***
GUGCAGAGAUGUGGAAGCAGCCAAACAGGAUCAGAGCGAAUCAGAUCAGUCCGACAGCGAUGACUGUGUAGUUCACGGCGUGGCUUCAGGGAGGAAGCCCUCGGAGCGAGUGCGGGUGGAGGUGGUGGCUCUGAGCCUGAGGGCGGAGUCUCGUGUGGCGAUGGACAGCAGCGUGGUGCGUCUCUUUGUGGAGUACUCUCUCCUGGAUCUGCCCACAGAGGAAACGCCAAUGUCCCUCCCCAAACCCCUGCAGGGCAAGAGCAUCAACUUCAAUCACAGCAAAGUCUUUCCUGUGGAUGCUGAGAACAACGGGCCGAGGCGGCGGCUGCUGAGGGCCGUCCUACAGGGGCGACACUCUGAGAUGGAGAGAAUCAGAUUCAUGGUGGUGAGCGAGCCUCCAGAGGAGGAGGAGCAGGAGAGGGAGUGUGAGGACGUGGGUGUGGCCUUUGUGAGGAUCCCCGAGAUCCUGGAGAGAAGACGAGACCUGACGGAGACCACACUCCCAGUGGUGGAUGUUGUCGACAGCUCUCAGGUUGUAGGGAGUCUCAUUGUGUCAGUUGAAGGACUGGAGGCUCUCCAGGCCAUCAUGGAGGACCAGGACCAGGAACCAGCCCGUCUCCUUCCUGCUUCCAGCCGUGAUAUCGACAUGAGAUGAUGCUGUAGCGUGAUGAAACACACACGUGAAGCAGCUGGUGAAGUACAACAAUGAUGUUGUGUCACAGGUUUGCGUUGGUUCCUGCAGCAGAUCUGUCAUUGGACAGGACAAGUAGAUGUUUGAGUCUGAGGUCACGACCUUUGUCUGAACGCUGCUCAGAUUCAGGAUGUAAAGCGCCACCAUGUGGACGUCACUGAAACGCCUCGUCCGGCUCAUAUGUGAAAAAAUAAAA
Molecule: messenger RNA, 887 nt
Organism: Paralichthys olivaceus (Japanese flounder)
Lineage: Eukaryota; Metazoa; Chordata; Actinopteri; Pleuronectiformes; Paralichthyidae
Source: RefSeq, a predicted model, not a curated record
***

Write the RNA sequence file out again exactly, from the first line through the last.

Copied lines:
GUGCAGAGAUGUGGAAGCAGCCAAACAGGAUCAGAGCGAAUCAGAUCAGUCCGACAGCGAUGACUGUGUAGUUCACGGCGUGGCUUCAGGGAGGAAGCCCUCGGAGCGAGUGCGGGUGGAGGUGGUGGCUCUGAGCCUGAGGGCGGAGUCUCGUGUGGCGAUGGACAGCAGCGUGGUGCGUCUCUUUGUGGAGUACUCUCUCCUGGAUCUGCCCACAGAGGAAACGCCAAUGUCCCUCCCCAAACCCCUGCAGGGCAAGAGCAUCAACUUCAAUCACAGCAAAGUCUUUCCUGUGGAUGCUGAGAACAACGGGCCGAGGCGGCGGCUGCUGAGGGCCGUCCUACAGGGGCGACACUCUGAGAUGGAGAGAAUCAGAUUCAUGGUGGUGAGCGAGCCUCCAGAGGAGGAGGAGCAGGAGAGGGAGUGUGAGGACGUGGGUGUGGCCUUUGUGAGGAUCCCCGAGAUCCUGGAGAGAAGACGAGACCUGACGGAGACCACACUCCCAGUGGUGGAUGUUGUCGACAGCUCUCAGGUUGUAGGGAGUCUCAUUGUGUCAGUUGAAGGACUGGAGGCUCUCCAGGCCAUCAUGGAGGACCAGGACCAGGAACCAGCCCGUCUCCUUCCUGCUUCCAGCCGUGAUAUCGACAUGAGAUGAUGCUGUAGCGUGAUGAAACACACACGUGAAGCAGCUGGUGAAGUACAACAAUGAUGUUGUGUCACAGGUUUGCGUUGGUUCCUGCAGCAGAUCUGUCAUUGGACAGGACAAGUAGAUGUUUGAGUCUGAGGUCACGACCUUUGUCUGAACGCUGCUCAGAUUCAGGAUGUAAAGCGCCACCAUGUGGACGUCACUGAAACGCCUCGUCCGGCUCAUAUGUGAAAAAAUAAAA
Molecule: messenger RNA, 887 nt
Organism: Paralichthys olivaceus (Japanese flounder)
Lineage: Eukaryota; Metazoa; Chordata; Actinopteri; Pleuronectiformes; Paralichthyidae
Source: RefSeq, a predicted model, not a curated record